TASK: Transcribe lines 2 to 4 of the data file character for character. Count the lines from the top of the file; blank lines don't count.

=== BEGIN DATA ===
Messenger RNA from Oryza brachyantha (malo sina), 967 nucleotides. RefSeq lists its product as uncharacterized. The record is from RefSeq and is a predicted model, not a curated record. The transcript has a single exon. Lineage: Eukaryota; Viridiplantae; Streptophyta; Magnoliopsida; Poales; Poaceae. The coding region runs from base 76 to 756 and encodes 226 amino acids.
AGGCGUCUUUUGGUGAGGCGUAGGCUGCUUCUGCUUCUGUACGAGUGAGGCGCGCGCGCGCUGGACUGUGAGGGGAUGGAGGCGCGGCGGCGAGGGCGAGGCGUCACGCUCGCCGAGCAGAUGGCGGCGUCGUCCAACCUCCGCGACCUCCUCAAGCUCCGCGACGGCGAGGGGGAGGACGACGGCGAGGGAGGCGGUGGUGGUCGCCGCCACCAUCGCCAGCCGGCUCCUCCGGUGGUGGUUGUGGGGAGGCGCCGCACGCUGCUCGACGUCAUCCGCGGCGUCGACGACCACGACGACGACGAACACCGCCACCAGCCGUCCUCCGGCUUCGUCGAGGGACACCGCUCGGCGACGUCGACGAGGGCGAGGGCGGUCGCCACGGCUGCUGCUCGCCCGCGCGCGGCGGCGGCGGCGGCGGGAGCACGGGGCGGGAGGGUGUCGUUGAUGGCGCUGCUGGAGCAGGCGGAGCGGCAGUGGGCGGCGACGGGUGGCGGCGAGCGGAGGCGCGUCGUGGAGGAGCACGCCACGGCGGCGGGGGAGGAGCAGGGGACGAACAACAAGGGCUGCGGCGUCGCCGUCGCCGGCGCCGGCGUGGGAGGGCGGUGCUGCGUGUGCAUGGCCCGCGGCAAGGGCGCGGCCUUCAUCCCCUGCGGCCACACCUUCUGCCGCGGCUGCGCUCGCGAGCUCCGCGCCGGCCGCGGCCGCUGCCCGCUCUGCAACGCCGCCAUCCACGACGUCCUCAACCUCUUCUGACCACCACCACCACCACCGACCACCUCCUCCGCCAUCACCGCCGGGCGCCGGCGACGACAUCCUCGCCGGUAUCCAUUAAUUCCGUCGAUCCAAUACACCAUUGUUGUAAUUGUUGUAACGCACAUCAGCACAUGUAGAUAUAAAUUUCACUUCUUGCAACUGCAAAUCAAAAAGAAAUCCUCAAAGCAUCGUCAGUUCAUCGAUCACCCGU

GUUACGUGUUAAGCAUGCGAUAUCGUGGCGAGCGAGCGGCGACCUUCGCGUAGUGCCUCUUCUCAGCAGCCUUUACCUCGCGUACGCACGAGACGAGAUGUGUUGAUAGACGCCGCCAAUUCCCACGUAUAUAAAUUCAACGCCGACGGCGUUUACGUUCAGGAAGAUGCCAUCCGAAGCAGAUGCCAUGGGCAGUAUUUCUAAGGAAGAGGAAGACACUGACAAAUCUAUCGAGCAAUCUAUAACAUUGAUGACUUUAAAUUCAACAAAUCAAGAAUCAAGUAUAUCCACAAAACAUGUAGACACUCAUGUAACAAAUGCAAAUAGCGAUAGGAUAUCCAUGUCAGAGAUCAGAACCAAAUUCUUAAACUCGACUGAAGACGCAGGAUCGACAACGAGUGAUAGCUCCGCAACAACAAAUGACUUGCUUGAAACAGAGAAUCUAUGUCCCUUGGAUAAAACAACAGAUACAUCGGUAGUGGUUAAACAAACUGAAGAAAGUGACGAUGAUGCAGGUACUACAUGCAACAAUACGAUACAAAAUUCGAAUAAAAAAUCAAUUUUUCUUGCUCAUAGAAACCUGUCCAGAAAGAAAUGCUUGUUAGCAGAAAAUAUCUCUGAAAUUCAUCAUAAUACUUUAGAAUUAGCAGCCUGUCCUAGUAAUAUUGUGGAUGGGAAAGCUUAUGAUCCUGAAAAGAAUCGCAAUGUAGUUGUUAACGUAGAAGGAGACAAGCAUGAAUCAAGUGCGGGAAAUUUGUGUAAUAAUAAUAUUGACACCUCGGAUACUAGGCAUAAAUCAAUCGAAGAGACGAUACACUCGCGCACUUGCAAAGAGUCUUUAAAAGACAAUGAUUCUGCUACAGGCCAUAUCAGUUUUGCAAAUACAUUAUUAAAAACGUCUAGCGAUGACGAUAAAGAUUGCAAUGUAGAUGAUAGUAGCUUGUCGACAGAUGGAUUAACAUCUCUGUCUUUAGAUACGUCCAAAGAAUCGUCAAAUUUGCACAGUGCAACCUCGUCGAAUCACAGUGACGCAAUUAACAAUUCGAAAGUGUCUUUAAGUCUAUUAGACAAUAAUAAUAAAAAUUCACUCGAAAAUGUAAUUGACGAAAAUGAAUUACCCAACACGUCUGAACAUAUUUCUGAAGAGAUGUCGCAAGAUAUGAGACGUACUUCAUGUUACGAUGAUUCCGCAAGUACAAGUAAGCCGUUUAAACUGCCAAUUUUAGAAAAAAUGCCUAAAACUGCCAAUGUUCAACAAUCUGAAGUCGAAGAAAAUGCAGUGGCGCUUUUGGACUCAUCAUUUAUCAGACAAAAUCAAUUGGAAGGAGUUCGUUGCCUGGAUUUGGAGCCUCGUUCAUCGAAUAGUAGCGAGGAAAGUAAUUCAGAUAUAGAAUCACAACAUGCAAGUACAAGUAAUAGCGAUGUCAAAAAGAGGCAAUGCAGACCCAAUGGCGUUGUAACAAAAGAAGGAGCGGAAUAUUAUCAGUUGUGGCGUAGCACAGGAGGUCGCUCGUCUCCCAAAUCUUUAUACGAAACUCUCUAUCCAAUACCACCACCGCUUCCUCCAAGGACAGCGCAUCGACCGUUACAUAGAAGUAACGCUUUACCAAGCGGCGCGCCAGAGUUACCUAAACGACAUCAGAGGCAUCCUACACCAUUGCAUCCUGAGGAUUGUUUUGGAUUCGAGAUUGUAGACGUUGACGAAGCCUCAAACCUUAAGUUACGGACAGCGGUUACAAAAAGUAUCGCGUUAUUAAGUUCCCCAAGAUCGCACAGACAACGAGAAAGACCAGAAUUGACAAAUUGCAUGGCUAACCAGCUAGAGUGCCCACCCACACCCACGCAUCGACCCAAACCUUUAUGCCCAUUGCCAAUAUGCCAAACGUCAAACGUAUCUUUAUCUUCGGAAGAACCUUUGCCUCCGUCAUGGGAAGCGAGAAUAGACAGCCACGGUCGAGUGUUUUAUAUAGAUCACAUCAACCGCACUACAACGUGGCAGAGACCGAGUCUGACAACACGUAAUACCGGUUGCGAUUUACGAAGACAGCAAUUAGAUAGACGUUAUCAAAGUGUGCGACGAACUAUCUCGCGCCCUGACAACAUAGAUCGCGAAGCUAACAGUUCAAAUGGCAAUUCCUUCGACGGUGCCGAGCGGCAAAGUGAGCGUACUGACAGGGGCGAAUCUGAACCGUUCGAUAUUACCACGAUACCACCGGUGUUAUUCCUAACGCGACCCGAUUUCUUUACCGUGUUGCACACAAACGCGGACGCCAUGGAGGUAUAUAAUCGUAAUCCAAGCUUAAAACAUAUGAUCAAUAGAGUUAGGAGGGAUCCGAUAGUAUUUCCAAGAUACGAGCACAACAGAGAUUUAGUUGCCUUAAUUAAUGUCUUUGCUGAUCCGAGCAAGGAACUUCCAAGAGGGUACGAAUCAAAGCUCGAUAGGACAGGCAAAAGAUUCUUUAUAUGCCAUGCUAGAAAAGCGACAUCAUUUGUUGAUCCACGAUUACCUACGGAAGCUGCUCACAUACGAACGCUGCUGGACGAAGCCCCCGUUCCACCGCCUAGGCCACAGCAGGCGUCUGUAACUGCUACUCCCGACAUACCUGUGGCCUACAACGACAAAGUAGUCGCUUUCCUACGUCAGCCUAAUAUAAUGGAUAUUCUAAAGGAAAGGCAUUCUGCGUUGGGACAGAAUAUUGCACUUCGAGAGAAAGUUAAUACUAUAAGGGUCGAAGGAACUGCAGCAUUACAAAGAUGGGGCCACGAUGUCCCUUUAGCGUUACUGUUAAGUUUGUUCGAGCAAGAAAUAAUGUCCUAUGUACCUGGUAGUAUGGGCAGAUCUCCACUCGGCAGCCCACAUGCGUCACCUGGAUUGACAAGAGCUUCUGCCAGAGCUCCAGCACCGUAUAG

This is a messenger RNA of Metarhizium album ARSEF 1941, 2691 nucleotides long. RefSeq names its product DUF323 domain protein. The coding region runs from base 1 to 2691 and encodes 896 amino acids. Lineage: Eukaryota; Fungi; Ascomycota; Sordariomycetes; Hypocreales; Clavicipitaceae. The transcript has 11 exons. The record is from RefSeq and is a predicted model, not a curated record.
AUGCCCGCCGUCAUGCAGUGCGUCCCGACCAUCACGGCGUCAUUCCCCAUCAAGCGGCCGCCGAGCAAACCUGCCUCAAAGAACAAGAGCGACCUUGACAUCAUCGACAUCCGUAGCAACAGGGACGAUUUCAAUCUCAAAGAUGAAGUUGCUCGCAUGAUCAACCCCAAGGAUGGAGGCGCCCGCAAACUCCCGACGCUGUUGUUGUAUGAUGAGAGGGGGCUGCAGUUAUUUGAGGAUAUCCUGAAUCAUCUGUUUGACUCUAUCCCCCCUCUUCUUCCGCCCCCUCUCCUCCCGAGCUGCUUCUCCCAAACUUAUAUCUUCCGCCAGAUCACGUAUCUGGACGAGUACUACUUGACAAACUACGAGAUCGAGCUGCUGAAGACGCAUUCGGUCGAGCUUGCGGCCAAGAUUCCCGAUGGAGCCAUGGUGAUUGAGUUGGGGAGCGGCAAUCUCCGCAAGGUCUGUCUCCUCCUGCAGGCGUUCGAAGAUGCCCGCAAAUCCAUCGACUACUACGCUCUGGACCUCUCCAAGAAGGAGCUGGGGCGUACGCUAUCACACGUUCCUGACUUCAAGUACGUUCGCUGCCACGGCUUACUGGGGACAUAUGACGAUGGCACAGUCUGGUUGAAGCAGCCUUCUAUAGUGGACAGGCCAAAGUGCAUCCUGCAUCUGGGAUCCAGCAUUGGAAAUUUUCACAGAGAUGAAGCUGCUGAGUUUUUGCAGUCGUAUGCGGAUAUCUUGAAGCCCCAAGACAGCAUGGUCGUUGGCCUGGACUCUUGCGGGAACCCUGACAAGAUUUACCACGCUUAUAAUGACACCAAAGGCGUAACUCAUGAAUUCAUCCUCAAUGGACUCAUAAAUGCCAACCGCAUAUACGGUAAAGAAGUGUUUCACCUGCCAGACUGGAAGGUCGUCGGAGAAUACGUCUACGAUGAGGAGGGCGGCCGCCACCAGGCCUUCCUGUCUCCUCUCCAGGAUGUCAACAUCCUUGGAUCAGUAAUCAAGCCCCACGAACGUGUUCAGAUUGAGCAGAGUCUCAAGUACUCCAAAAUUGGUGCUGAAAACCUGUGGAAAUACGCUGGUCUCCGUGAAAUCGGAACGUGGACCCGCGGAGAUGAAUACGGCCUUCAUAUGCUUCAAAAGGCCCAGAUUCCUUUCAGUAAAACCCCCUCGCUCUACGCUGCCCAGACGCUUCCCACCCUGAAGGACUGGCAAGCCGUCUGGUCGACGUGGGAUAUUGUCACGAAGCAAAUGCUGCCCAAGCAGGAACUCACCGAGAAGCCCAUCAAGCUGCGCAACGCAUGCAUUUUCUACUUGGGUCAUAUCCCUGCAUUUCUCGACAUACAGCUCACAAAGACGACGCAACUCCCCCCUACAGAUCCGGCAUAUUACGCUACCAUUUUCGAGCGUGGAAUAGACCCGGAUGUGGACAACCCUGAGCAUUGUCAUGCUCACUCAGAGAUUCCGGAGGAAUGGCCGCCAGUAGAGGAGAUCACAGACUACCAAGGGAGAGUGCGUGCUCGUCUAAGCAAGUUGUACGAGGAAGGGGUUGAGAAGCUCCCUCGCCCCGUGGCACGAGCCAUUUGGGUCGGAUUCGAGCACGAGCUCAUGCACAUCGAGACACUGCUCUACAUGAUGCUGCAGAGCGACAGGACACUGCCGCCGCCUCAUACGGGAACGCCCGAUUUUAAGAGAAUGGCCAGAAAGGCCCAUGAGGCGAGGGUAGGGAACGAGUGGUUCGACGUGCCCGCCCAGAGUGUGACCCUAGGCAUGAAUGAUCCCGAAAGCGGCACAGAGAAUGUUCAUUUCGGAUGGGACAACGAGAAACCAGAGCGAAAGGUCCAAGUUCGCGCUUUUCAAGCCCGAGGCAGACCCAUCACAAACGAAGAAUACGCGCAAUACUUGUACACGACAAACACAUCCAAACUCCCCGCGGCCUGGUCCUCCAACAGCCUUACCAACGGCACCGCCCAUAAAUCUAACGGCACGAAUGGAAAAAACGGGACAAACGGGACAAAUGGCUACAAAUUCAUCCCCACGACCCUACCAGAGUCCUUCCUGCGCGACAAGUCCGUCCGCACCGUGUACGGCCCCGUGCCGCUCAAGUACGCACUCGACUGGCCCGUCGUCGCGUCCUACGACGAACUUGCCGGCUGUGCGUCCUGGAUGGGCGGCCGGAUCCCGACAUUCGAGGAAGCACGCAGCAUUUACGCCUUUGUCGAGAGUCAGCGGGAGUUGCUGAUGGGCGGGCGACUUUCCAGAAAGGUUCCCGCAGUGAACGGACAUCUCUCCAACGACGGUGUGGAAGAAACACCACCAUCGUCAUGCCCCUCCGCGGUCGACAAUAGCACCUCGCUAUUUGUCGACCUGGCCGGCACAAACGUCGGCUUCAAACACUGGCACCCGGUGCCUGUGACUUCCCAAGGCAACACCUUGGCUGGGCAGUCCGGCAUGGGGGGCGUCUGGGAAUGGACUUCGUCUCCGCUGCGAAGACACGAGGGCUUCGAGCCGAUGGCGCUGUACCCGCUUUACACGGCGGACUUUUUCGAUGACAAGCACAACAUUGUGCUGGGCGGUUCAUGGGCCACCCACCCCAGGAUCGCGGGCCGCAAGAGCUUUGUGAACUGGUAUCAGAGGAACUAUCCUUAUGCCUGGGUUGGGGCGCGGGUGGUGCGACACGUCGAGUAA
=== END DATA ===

AGGCGUCUUUUGGUGAGGCGUAGGCUGCUUCUGCUUCUGUACGAGUGAGGCGCGCGCGCGCUGGACUGUGAGGGGAUGGAGGCGCGGCGGCGAGGGCGAGGCGUCACGCUCGCCGAGCAGAUGGCGGCGUCGUCCAACCUCCGCGACCUCCUCAAGCUCCGCGACGGCGAGGGGGAGGACGACGGCGAGGGAGGCGGUGGUGGUCGCCGCCACCAUCGCCAGCCGGCUCCUCCGGUGGUGGUUGUGGGGAGGCGCCGCACGCUGCUCGACGUCAUCCGCGGCGUCGACGACCACGACGACGACGAACACCGCCACCAGCCGUCCUCCGGCUUCGUCGAGGGACACCGCUCGGCGACGUCGACGAGGGCGAGGGCGGUCGCCACGGCUGCUGCUCGCCCGCGCGCGGCGGCGGCGGCGGCGGGAGCACGGGGCGGGAGGGUGUCGUUGAUGGCGCUGCUGGAGCAGGCGGAGCGGCAGUGGGCGGCGACGGGUGGCGGCGAGCGGAGGCGCGUCGUGGAGGAGCACGCCACGGCGGCGGGGGAGGAGCAGGGGACGAACAACAAGGGCUGCGGCGUCGCCGUCGCCGGCGCCGGCGUGGGAGGGCGGUGCUGCGUGUGCAUGGCCCGCGGCAAGGGCGCGGCCUUCAUCCCCUGCGGCCACACCUUCUGCCGCGGCUGCGCUCGCGAGCUCCGCGCCGGCCGCGGCCGCUGCCCGCUCUGCAACGCCGCCAUCCACGACGUCCUCAACCUCUUCUGACCACCACCACCACCACCGACCACCUCCUCCGCCAUCACCGCCGGGCGCCGGCGACGACAUCCUCGCCGGUAUCCAUUAAUUCCGUCGAUCCAAUACACCAUUGUUGUAAUUGUUGUAACGCACAUCAGCACAUGUAGAUAUAAAUUUCACUUCUUGCAACUGCAAAUCAAAAAGAAAUCCUCAAAGCAUCGUCAGUUCAUCGAUCACCCGU

GUUACGUGUUAAGCAUGCGAUAUCGUGGCGAGCGAGCGGCGACCUUCGCGUAGUGCCUCUUCUCAGCAGCCUUUACCUCGCGUACGCACGAGACGAGAUGUGUUGAUAGACGCCGCCAAUUCCCACGUAUAUAAAUUCAACGCCGACGGCGUUUACGUUCAGGAAGAUGCCAUCCGAAGCAGAUGCCAUGGGCAGUAUUUCUAAGGAAGAGGAAGACACUGACAAAUCUAUCGAGCAAUCUAUAACAUUGAUGACUUUAAAUUCAACAAAUCAAGAAUCAAGUAUAUCCACAAAACAUGUAGACACUCAUGUAACAAAUGCAAAUAGCGAUAGGAUAUCCAUGUCAGAGAUCAGAACCAAAUUCUUAAACUCGACUGAAGACGCAGGAUCGACAACGAGUGAUAGCUCCGCAACAACAAAUGACUUGCUUGAAACAGAGAAUCUAUGUCCCUUGGAUAAAACAACAGAUACAUCGGUAGUGGUUAAACAAACUGAAGAAAGUGACGAUGAUGCAGGUACUACAUGCAACAAUACGAUACAAAAUUCGAAUAAAAAAUCAAUUUUUCUUGCUCAUAGAAACCUGUCCAGAAAGAAAUGCUUGUUAGCAGAAAAUAUCUCUGAAAUUCAUCAUAAUACUUUAGAAUUAGCAGCCUGUCCUAGUAAUAUUGUGGAUGGGAAAGCUUAUGAUCCUGAAAAGAAUCGCAAUGUAGUUGUUAACGUAGAAGGAGACAAGCAUGAAUCAAGUGCGGGAAAUUUGUGUAAUAAUAAUAUUGACACCUCGGAUACUAGGCAUAAAUCAAUCGAAGAGACGAUACACUCGCGCACUUGCAAAGAGUCUUUAAAAGACAAUGAUUCUGCUACAGGCCAUAUCAGUUUUGCAAAUACAUUAUUAAAAACGUCUAGCGAUGACGAUAAAGAUUGCAAUGUAGAUGAUAGUAGCUUGUCGACAGAUGGAUUAACAUCUCUGUCUUUAGAUACGUCCAAAGAAUCGUCAAAUUUGCACAGUGCAACCUCGUCGAAUCACAGUGACGCAAUUAACAAUUCGAAAGUGUCUUUAAGUCUAUUAGACAAUAAUAAUAAAAAUUCACUCGAAAAUGUAAUUGACGAAAAUGAAUUACCCAACACGUCUGAACAUAUUUCUGAAGAGAUGUCGCAAGAUAUGAGACGUACUUCAUGUUACGAUGAUUCCGCAAGUACAAGUAAGCCGUUUAAACUGCCAAUUUUAGAAAAAAUGCCUAAAACUGCCAAUGUUCAACAAUCUGAAGUCGAAGAAAAUGCAGUGGCGCUUUUGGACUCAUCAUUUAUCAGACAAAAUCAAUUGGAAGGAGUUCGUUGCCUGGAUUUGGAGCCUCGUUCAUCGAAUAGUAGCGAGGAAAGUAAUUCAGAUAUAGAAUCACAACAUGCAAGUACAAGUAAUAGCGAUGUCAAAAAGAGGCAAUGCAGACCCAAUGGCGUUGUAACAAAAGAAGGAGCGGAAUAUUAUCAGUUGUGGCGUAGCACAGGAGGUCGCUCGUCUCCCAAAUCUUUAUACGAAACUCUCUAUCCAAUACCACCACCGCUUCCUCCAAGGACAGCGCAUCGACCGUUACAUAGAAGUAACGCUUUACCAAGCGGCGCGCCAGAGUUACCUAAACGACAUCAGAGGCAUCCUACACCAUUGCAUCCUGAGGAUUGUUUUGGAUUCGAGAUUGUAGACGUUGACGAAGCCUCAAACCUUAAGUUACGGACAGCGGUUACAAAAAGUAUCGCGUUAUUAAGUUCCCCAAGAUCGCACAGACAACGAGAAAGACCAGAAUUGACAAAUUGCAUGGCUAACCAGCUAGAGUGCCCACCCACACCCACGCAUCGACCCAAACCUUUAUGCCCAUUGCCAAUAUGCCAAACGUCAAACGUAUCUUUAUCUUCGGAAGAACCUUUGCCUCCGUCAUGGGAAGCGAGAAUAGACAGCCACGGUCGAGUGUUUUAUAUAGAUCACAUCAACCGCACUACAACGUGGCAGAGACCGAGUCUGACAACACGUAAUACCGGUUGCGAUUUACGAAGACAGCAAUUAGAUAGACGUUAUCAAAGUGUGCGACGAACUAUCUCGCGCCCUGACAACAUAGAUCGCGAAGCUAACAGUUCAAAUGGCAAUUCCUUCGACGGUGCCGAGCGGCAAAGUGAGCGUACUGACAGGGGCGAAUCUGAACCGUUCGAUAUUACCACGAUACCACCGGUGUUAUUCCUAACGCGACCCGAUUUCUUUACCGUGUUGCACACAAACGCGGACGCCAUGGAGGUAUAUAAUCGUAAUCCAAGCUUAAAACAUAUGAUCAAUAGAGUUAGGAGGGAUCCGAUAGUAUUUCCAAGAUACGAGCACAACAGAGAUUUAGUUGCCUUAAUUAAUGUCUUUGCUGAUCCGAGCAAGGAACUUCCAAGAGGGUACGAAUCAAAGCUCGAUAGGACAGGCAAAAGAUUCUUUAUAUGCCAUGCUAGAAAAGCGACAUCAUUUGUUGAUCCACGAUUACCUACGGAAGCUGCUCACAUACGAACGCUGCUGGACGAAGCCCCCGUUCCACCGCCUAGGCCACAGCAGGCGUCUGUAACUGCUACUCCCGACAUACCUGUGGCCUACAACGACAAAGUAGUCGCUUUCCUACGUCAGCCUAAUAUAAUGGAUAUUCUAAAGGAAAGGCAUUCUGCGUUGGGACAGAAUAUUGCACUUCGAGAGAAAGUUAAUACUAUAAGGGUCGAAGGAACUGCAGCAUUACAAAGAUGGGGCCACGAUGUCCCUUUAGCGUUACUGUUAAGUUUGUUCGAGCAAGAAAUAAUGUCCUAUGUACCUGGUAGUAUGGGCAGAUCUCCACUCGGCAGCCCACAUGCGUCACCUGGAUUGACAAGAGCUUCUGCCAGAGCUCCAGCACCGUAUAG

This is a messenger RNA of Metarhizium album ARSEF 1941, 2691 nucleotides long. RefSeq names its product DUF323 domain protein. The coding region runs from base 1 to 2691 and encodes 896 amino acids. Lineage: Eukaryota; Fungi; Ascomycota; Sordariomycetes; Hypocreales; Clavicipitaceae. The transcript has 11 exons. The record is from RefSeq and is a predicted model, not a curated record.